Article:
An Inconvenient Truth, which was first screened in USA during the Sundance Film Festival in January 2006, is a documentary on controversial issue of pollution and global warming. The film is presented by Paramount Classics and Participant Productions and is directed by Davis Guggenheim. The narrator in the movie is former Vice President Al Gore.
It is likely that most people could wave it off as yet another one of those sensationalist and dull shows featured on television networks such as the Columbia Broadcasting System (CBS). However, the creative talents of the director helps turn this much imagined drabness prior to watching the movie into an instant myth. Sprinkled with instances of humor and interwoven with engaging interviews that takes the viewer back into some of the crucial and touching moments in Gore's life, the movie throws a passionate and inspirational look at his fervent crusade to understand the global warming issue and his call to every individual for moral action.
Gore has been interested in the global warming issue since his college days. Since having concentrated his efforts during the past decade, he has worked relentlessly to spread awareness of its truths, myths and misconceptions
through a series of lectures throughout the United States. He has assembled scientific data and personal knowledge into a slide show and lecture format. Truth" is a filmed version of these lectures. “Truth” is the filmed version of
these lectures, with Gore, armed with his silver laptop, standing in front of an appreciative crowd discussing the evidence he has gathered on the subject.o
The movie begins with Gore taking the audience through a dream like state where they witness the beauty of undisturbed nature - the sound of the river, the rustle of the leaves, the chirping of the birds, the loose soil on the river bank and the peace that engulfs it all. His intention as he goes through this sequence of scenes is not clear until, with a little sigh and an undertone of guilt, he says :
...there's a gearshift inside you, and its like taking a deep breath and going,'Oh yeah, I forgot about this.
Those straightforward lines perhaps symbolizes the main idea behind his presentation - that we have neglected our moral imperative to look after and preserve our environment. It might have been true for several of the people sitting among the audience. It took one man and his presentation to instill this realization that as humans, we can forget. With this rapturous style of direction from Guggenheim , Gore is able to begin this serious issue by making it an immediate and personal concern for each one of us.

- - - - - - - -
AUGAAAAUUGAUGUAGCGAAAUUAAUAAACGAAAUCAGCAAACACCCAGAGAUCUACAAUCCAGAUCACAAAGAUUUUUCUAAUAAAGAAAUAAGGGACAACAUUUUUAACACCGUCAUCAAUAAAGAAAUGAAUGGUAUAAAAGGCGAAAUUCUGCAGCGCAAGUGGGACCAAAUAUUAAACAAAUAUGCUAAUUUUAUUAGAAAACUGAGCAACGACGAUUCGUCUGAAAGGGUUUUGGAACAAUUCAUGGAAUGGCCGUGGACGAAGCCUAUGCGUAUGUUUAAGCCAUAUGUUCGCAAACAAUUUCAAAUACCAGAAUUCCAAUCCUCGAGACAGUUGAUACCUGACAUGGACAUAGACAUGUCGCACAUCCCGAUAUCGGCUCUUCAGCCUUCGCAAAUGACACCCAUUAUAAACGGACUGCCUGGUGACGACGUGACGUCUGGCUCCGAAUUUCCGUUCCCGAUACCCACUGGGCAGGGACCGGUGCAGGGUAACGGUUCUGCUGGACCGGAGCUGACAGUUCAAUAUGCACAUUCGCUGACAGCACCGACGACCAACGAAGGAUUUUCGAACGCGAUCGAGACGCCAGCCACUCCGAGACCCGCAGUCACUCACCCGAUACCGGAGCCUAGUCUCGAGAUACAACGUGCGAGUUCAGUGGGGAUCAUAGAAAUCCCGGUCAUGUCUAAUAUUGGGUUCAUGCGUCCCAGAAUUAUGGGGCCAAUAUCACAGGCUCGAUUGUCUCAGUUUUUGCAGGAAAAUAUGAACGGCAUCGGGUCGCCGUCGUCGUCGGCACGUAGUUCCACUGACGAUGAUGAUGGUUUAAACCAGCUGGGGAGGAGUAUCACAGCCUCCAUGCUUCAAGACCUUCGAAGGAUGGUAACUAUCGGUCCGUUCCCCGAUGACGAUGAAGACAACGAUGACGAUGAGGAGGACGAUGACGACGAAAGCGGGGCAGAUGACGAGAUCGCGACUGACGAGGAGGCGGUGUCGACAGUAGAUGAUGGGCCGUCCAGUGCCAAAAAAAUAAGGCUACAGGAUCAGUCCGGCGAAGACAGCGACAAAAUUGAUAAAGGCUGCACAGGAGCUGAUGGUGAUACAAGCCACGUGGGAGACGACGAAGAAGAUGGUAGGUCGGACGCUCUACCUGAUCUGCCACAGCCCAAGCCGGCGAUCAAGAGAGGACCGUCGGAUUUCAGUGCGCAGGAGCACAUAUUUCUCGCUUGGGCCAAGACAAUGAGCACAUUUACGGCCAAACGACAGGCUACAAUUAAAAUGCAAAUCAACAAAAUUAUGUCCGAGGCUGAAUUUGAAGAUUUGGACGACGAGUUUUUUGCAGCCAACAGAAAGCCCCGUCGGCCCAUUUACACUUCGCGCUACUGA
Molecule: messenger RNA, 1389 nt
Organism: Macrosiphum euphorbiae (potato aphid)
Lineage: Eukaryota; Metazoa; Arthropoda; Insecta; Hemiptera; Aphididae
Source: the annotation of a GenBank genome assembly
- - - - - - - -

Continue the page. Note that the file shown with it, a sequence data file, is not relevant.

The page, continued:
In the next couple of scenes, an ambient, evocative tune composed by Michael Brook takes us into a run through of Gore's past lectures, his travels across cities worldwide with multitudes chanting his name on the roads, his meetings with several important people and moments when he received standing ovations after giving a talk.
These preliminary sequences serves to establish his determined character and firm resolve on the issue of tacklingglobal warming. Yet he feels he is in trials, that he has failed to get the message across and this idea is superimposed
on a scene where he is gazing intently through the window of his car while working on his laptop.
As he enters the stage, he quickly dismisses the seriousness in the auditorium with the opening lines :
I am Al Gore. I used to be the next President of America.
This quickly sends cheers among his audience.
As the film rolls, we get into the heart of the issue. According to Gore, many people feel that the earth is so vast and overwhelming that the actions of humans cannot have any lasting effect on the environment. He cleverly relates this idea with an anecdote of an old scientific belief that reflected in a classroom discussion, and a famous quotation of Mark Twain. He concludes that much of people's ignorance over established scientific facts and relations is the root cause of earth related consequences. Gore refutes the 'just ain't so' mentality of people by presenting the vulnerability of the atmosphere and likening it to the flimsy thickness of an orange peel.
He briefly describes the Green house effect of the Earth and why the survival of living species is made possible. The sun's rays permeate the earth's atmosphere and heats up the surface. Some of this solar radiation is completely reflected back into space. The majority of it heats up the earth's surface. The hot surfaces of the earth in turn radiates some of this heat in the form of infra red rays (IF) into the atmosphere. The presence of greenhouse gas molecules like that of CO2 causes absorption and re-emission of the IF waves which in turn warms the earth and keeps it at a somewhat constant temperature. Hence, this is the cause for the favorable range of temperature conditions that makes life possible on earth.